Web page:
1st December 2017, 17:27 | steve_mascord

We Got Issues: Is Super League's day in the sun about to dawn?

We Got Issues: Is Super League's day in the sun about to dawn?

By Steve Mascord

JAMES Roby, one of Super League’s most decorated and famous players, was described in the Australian media this week as a “secret weapon”.

Earlier in the tournament, Wigan and Ireland hooker Mickey McIlorum was dubbed a “surprise packet” and his Wolfhounds team-mate Kyle Amor – the St Helens giant – reported in commentary to be club-less.

We Got Issues isn’t repeating these comments to deride our antipodean colleagues; no doubt we’ve made much worse gaffes over the years and been even more condescending.

The purpose of reporting such parochialism is to illustrate what an England upset in the World Cup final against Australia at Suncorp Stadium this Saturday can do for Super League, and how superbly circumstances are – largely by co-incidence – set up to take advantage of such a result.

After the 1982 and 1986 Kangaroos cut a swathe through Britain, interest in the Sydney premiership became so intense there that week-old VHS videos produced by a company called Micron flew out of rental stores in the north.

Should Aussie rugby league fans decide by late Saturday that Roby, Luke Gale, Jermaine McGillvary, Kallum Watkins, Sean O’Loughlin and the rest are actually quite big deals, they’ll not have to go to such extreme lengths to keep tabs on their careers.

They’ll be able to see them play again, live, in just two months.

Wigan and Hull are doing battle in a full-scale Super League game at Wollongong’s WIN Stadium on February 10. The World Club Challenge between Melbourne Storm and Leeds Rhinos are contesting the World Club Challenge six days later at the Victorian capital’s AAMI Park. And the day after that, South Sydney play Wigan and St George Illawarra meet Hull at Sydney’s ANZ Stadium.

“Fish where the fish are” was one of the favourite expressions of David Gallop when he was NRL CEO. There are lots of rugby league-hungry fish in Australia.

But this is not just about the happy co-incidence of English teams playing at big venues in Brisbane, Wollongong, Melbourne and Sydney to finish and start the first-class season Down Under over the summer.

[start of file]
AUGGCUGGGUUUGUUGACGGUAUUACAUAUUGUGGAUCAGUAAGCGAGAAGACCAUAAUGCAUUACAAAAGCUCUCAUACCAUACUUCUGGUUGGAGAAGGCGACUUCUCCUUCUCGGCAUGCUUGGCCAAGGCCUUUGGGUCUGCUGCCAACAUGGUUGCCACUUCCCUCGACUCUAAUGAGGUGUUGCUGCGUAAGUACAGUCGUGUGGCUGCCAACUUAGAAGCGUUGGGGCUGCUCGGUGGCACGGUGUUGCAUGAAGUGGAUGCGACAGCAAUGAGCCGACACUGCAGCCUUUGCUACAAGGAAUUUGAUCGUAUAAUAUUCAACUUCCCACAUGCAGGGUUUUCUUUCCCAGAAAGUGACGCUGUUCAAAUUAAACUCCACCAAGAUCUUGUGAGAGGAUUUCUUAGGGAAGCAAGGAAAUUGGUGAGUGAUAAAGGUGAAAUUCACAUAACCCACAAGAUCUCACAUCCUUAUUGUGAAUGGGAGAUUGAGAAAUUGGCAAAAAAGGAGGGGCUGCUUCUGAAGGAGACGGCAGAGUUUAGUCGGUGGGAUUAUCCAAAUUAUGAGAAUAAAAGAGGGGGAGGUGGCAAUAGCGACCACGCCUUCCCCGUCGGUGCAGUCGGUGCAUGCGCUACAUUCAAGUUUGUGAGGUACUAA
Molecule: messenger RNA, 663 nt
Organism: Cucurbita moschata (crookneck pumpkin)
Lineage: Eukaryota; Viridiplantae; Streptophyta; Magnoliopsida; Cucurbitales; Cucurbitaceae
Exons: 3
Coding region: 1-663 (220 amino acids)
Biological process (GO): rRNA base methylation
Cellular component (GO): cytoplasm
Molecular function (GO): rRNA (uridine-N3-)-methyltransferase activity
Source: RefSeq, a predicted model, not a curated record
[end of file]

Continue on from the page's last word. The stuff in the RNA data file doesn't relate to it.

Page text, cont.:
It’s about developments which, unlike James Roby, the Aussie media knows and can’t stop talking about.

The proposed New York franchise in League 1 leaves Aussie reporters completely besotted. Since the World Cup started – with big figurehead Ricky Wilby in town for the duration as a reporter – the stories about the team have not stopped.

Mick Potter coach. Ben and Shane Walker coach. Jarryd Hayne chased, not chased, and chased again.

Toronto Wolfpack are some sort of exotic animal to Australian fans, who constantly bombard the club’s social media channels demanding merchandise.

Aussie supporters who would not give the likes of Batley, Toulouse or Oxford a second thought clamour for information about proposed franchises in Hamilton Ontario, Boston, Philadelphia and Jacksonville.

Meanwhile, NRL clubs look down their noses even at expanding to Perth – a place James Graham wants Super League to target now there are direct flights to London.

A perfect storm is brewing. If England are flogged on Saturday, perhaps the pre-season games in Australia will suffer commercially.

But an England win followed by Super League’s first match south of the equator, a packed house in Melbourne and NRL stars leaving to play rugby league in North America and a once derided competition will start to look positively glamorous.

That is, glamorous to those who once worked hardest to deride it. Super League can fill the void left by the NRL's inward looking tendencies - even on the NRL's own turf.

Why knows? People there may even ending up knowing who James Roby is.